Page 79 - Jewish Book Annual Volume 14

Basic HTML Version

in its title either one of his names, Hayyim, Joseph or David, or an
allusion to his name by
Several noteworthy examples of bibliomancy — a craft Azulai
himself practiced on occasion — are to be found in
Shem ha-
The practical Kabbalah, because of its occultism, was
surcharged with danger and Azulai warns against it. He tells
of a North African scholar who had learned the art of
— a
combination of mystic divine names — from an aged Kabbalist
and turned the art to his own profit. As a result of this illegitimate
use, he died at an early age. “Even though one finds someone to
teach him this art, he should not use it for personal profit,” writes
Another type of anecdote encountered in
Shem ha-Gedolim
that which points up the greatness of some particular book and
emphasizes a virtue. Thus, Azulai transcribes a story he heard
about the
Shulhan Arukh.
In the age of Joseph Karo, there was
need for a comprehensive code. Three men were capable of
producing such a code: Joseph b. Levi Habib, Joseph Taitazak
and Joseph Karo. I t was decreed in Heaven that the book be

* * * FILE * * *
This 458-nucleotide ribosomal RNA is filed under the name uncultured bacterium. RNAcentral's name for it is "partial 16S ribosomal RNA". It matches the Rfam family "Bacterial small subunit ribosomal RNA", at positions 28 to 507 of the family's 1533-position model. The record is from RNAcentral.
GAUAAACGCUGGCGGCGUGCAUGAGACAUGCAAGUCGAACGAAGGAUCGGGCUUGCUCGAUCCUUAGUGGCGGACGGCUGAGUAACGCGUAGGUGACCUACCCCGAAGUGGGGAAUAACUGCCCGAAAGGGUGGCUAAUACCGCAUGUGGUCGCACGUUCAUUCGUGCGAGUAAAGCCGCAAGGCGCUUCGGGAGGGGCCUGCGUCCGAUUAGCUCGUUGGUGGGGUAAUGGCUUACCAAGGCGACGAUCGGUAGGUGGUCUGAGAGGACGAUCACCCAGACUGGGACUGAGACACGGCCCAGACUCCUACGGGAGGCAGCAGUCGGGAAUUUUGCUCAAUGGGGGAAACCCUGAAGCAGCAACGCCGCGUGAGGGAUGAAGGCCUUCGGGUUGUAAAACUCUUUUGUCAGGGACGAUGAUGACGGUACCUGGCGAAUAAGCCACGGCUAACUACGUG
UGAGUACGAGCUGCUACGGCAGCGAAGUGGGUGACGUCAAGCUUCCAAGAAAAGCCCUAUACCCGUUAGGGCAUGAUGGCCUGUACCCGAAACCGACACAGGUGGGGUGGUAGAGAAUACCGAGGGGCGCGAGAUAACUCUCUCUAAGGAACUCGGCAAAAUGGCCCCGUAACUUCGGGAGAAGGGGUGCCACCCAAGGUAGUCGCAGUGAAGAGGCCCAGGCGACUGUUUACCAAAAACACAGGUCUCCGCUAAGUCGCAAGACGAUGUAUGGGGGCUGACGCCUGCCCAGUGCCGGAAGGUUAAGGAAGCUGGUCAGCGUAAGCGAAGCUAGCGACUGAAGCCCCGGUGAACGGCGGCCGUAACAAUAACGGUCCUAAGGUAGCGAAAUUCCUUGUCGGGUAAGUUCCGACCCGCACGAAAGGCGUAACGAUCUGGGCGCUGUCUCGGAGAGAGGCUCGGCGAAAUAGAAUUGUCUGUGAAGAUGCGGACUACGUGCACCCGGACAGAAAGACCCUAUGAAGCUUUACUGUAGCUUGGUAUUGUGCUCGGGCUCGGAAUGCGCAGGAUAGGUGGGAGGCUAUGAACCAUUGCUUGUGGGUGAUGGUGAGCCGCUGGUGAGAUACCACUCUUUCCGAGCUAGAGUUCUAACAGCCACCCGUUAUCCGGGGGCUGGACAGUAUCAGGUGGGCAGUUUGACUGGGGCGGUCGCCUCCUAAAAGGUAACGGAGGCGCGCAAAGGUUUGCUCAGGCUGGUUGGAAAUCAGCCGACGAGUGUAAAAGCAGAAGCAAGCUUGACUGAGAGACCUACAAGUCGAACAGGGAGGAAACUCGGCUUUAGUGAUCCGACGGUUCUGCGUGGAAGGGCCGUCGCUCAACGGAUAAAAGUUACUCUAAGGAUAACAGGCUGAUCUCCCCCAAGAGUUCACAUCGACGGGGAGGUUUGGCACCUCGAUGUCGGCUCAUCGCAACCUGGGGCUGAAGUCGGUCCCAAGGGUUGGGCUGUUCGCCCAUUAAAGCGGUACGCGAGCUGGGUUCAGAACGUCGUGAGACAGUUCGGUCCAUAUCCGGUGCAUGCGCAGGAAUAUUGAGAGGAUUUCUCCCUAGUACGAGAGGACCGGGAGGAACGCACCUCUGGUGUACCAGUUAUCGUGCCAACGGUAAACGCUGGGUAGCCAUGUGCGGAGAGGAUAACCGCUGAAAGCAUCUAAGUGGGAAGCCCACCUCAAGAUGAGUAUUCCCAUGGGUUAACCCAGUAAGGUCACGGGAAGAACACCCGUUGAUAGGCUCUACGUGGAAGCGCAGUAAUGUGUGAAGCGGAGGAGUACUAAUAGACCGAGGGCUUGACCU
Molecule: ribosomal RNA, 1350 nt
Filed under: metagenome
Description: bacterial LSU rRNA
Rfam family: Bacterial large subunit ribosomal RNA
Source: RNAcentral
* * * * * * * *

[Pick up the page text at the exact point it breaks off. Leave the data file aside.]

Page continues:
written by Joseph Karo because of the latter’s deep humility.
Further, no less than two hundred rabbis approved of Karo’s
method of accepting the Halakhic decisions of Alfasi, Maimonides,
and Asher B. Yehiel.
The universal esteem in which Rashi’s commentary of the
Pentateuch was held is reflected in the following story retold by
Azulai. Rashi observed six hundred and thirteen fasts before he
began to write his commentary. His grandson, Rabbenu Tam, is
once reported to have said: “ I could duplicate my grandfather’s
commentary on the Talmud but not his commentary on the
Pentateuch.” May we paraphrase this tribute and say that others
conceivably could have duplicated
Shem ha-Gedolim
as a die-
tionary of Jewish literature, but no one could have written a book
quite like this melange of history, bibliography, Halakhah, mys-
ticism, folklore and literary curiosities produced by Azulai.